There is probably no other metropolitan city in the world that can boast of as many indigenous sacred sites within its boundaries as can Sydney. Yet, many Australians are completely oblivious to this amazing collection of sacred and historic art, partly because most of these sites do not enjoy world heritage listing or even a listing on a park map. Having lived close to bush in northern Sydney, I feel privileged to have discovered many of the sites around here including the special rock and cave art engravings at Kuringai Chase National Park as well as those at Yengo National Park where I used to camp.
Mark, a colleague at work who can trace part of his family tree back to Aboriginal ancestry has been actively working with his cousin Evan to document some of the lesser known sites around here. He has organised for 10 of us (all workmates) to visit a couple of hidden sites around the Wiseman’s Ferry area to share time as a team in a unique way.
We meet at Maroota and walk to a rock outcropping to introduce ourselves to Evan and to share our reasons for being there. Since we all work in the field of Catchment Management we share a connection to the land and feel happy to be here enjoying a day away from work and the busyness of our lives. Evan explains that his Aboriginality is traced back to an Aboriginal woman and goes back 5 generations. However, it is not this blood connection but rather the lessons he learnt as he followed his dad around - a park ranger in the Blue Mountains – that left an indelible mark of appreciation for the natural environment around him. His sense of belonging to the Aboriginal culture comes from being with Aboriginal elders and embracing their culture rather than from this connection he has traced back 5 generations. It is embracing a spirituality that stems from a connection to the land. I feel I can relate to this, as I have often felt a sense of deep connection to both the landscape as well as water. I’ve also embraced bits of culture from the many different places I have visited around the world which often lends to me introducing myself as a global citizen.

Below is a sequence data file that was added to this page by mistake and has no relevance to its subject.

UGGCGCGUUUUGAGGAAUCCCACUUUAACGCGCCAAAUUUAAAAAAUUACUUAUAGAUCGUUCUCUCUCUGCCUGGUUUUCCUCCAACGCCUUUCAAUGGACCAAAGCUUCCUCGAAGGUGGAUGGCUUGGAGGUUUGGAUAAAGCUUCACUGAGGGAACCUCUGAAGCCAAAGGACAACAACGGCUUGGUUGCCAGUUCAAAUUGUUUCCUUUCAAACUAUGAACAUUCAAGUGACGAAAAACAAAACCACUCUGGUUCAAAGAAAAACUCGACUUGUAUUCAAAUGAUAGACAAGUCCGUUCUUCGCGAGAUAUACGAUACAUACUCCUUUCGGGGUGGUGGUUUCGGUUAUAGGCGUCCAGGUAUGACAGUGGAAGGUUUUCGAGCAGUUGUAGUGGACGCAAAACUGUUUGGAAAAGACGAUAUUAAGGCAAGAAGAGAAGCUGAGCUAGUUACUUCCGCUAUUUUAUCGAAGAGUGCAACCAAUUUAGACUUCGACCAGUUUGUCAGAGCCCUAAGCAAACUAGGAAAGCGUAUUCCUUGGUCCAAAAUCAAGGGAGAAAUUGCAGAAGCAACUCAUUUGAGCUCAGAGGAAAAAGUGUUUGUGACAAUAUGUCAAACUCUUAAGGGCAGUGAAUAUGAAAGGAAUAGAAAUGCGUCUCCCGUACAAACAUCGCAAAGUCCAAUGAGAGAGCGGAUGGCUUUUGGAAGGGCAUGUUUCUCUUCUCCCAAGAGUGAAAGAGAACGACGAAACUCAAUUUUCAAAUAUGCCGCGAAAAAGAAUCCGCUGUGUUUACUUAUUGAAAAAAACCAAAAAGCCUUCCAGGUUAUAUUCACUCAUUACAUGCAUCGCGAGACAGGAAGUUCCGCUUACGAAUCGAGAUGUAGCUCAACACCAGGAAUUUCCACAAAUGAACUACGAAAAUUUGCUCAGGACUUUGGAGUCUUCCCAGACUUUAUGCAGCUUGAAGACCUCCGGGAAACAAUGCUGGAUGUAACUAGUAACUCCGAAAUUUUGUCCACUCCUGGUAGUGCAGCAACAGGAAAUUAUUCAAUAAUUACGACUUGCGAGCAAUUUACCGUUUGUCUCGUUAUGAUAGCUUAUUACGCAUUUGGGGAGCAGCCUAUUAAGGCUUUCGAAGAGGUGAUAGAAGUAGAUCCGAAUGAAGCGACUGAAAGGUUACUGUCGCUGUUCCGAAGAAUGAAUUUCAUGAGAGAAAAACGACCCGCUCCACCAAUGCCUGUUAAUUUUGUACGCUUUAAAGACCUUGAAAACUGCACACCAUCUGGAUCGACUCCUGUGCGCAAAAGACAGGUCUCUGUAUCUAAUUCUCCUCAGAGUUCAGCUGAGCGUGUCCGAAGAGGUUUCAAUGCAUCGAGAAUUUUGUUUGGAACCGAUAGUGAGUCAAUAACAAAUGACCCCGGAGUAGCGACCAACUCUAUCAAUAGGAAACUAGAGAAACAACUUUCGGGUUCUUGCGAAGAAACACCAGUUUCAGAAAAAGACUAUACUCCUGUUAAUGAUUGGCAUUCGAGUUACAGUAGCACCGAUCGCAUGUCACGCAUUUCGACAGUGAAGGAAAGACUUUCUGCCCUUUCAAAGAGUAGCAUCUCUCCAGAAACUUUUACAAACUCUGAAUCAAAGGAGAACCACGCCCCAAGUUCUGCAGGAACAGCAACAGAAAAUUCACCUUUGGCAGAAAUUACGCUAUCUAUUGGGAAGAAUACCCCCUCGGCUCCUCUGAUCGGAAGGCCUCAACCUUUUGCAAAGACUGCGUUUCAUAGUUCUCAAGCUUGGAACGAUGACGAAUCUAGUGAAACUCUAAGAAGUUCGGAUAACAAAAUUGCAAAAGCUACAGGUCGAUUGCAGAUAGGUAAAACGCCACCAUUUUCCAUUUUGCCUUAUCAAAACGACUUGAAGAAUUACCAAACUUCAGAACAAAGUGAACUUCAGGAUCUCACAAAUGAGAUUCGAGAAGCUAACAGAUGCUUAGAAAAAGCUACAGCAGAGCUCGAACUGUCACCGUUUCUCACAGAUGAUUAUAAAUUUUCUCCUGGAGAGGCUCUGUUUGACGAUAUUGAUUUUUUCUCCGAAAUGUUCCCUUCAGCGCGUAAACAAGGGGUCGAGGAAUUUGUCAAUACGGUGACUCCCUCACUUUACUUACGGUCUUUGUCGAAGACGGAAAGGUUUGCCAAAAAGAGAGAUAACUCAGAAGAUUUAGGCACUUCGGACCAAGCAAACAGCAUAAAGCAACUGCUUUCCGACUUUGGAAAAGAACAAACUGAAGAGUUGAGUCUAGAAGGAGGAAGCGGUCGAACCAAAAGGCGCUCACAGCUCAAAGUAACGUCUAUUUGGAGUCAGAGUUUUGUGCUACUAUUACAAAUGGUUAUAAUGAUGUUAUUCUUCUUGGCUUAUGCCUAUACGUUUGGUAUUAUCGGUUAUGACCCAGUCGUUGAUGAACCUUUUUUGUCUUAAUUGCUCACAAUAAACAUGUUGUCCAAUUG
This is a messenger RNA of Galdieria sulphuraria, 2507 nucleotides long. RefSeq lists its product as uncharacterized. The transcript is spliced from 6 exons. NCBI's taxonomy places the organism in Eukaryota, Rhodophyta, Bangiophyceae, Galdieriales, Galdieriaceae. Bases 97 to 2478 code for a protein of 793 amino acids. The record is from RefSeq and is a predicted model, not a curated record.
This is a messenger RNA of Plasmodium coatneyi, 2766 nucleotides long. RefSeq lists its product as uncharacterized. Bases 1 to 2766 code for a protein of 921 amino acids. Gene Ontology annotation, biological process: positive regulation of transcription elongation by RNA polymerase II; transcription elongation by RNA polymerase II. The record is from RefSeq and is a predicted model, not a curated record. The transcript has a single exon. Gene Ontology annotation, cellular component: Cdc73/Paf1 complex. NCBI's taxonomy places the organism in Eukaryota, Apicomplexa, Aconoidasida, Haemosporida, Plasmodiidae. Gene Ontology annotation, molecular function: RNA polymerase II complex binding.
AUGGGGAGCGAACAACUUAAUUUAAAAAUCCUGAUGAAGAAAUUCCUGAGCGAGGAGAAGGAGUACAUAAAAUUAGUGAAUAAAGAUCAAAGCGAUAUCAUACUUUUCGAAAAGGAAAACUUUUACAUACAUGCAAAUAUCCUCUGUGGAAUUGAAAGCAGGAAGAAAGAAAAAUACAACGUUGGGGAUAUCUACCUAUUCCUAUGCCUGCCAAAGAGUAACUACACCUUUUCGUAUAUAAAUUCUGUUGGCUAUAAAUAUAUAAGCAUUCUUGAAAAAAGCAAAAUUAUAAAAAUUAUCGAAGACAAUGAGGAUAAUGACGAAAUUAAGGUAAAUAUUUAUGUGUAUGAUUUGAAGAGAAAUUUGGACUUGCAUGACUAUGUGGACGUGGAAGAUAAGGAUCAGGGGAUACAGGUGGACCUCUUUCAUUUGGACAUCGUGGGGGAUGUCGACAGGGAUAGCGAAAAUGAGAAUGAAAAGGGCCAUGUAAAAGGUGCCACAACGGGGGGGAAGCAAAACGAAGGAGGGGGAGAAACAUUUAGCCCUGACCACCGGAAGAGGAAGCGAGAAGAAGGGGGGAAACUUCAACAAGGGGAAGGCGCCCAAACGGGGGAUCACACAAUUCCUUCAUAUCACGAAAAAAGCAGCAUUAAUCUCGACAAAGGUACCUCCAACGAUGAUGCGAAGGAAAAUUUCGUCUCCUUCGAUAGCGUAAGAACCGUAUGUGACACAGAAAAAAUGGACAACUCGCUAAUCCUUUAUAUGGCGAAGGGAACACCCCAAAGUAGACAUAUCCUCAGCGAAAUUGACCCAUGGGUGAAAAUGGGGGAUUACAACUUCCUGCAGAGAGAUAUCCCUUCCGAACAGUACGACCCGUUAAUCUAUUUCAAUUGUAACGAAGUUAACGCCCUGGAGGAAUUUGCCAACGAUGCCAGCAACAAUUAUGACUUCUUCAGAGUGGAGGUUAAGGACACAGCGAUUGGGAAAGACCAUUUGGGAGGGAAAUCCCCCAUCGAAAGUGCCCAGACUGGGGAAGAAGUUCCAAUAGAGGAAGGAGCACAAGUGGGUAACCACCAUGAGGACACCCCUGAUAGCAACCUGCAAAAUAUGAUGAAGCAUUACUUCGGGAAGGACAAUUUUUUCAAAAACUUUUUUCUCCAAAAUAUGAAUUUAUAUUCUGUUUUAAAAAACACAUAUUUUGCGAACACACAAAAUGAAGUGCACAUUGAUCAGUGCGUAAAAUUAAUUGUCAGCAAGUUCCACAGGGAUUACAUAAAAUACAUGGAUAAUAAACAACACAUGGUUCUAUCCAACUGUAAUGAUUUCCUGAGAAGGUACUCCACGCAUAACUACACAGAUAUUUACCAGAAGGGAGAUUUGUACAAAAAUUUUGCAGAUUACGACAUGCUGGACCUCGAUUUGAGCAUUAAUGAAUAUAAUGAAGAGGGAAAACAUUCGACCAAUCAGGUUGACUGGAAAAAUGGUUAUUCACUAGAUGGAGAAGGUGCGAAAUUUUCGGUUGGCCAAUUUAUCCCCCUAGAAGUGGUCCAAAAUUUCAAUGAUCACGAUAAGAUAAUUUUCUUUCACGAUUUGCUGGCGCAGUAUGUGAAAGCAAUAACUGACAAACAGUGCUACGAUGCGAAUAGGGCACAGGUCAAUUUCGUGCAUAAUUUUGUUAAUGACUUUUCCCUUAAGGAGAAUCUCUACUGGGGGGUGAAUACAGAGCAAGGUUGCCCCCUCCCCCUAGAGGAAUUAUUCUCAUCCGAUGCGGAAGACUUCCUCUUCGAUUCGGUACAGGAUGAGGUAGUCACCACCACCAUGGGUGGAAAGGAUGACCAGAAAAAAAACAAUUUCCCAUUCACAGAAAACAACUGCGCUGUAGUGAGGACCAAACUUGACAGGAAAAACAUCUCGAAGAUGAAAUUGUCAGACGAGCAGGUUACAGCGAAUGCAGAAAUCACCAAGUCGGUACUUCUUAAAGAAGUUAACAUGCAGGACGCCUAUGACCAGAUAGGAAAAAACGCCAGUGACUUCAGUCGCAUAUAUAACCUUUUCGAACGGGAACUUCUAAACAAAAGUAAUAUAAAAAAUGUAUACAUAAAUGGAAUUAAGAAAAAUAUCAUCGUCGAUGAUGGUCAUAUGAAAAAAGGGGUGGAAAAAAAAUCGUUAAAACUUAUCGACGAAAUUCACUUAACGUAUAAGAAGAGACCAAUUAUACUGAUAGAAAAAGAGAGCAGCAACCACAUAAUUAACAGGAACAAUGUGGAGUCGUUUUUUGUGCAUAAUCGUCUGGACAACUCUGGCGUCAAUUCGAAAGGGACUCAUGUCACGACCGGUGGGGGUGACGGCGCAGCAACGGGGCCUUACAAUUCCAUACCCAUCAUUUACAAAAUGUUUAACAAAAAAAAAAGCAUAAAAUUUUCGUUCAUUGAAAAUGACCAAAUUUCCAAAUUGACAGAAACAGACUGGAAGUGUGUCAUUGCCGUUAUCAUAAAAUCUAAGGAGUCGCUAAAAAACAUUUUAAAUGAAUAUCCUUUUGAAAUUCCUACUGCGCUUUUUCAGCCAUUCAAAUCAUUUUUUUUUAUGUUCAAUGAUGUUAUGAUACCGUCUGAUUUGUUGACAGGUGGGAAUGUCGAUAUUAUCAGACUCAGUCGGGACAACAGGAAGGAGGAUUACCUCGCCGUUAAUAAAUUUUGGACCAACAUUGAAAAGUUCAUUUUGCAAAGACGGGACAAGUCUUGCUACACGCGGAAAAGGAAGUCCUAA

The wind whistles through the trees and the rustling of leaves is the only sound we hear as we sit on a rock outcrop. Bathed in glorious sunshine on a perfect winter’s day we listen to Evan talking about a culture most of us know very little about. He explains how the old people operate in a “state of feel”, which requires plugging in to a very different part of your brain. In fact this is the state we are all born in but sadly as we grow up we are taught and often required to place more emphasis on facts and figures and rational thinking. We seem to lose the art of trusting our feelings and of relying on intuition so today is all about learning a new way of breathing and walking. It is actually a process of unlearning all of the lessons we have been taught through much of our lives. We practice the technique of walking gently, perfected by the old people – a technique which has helped them preserve their joints well into old age.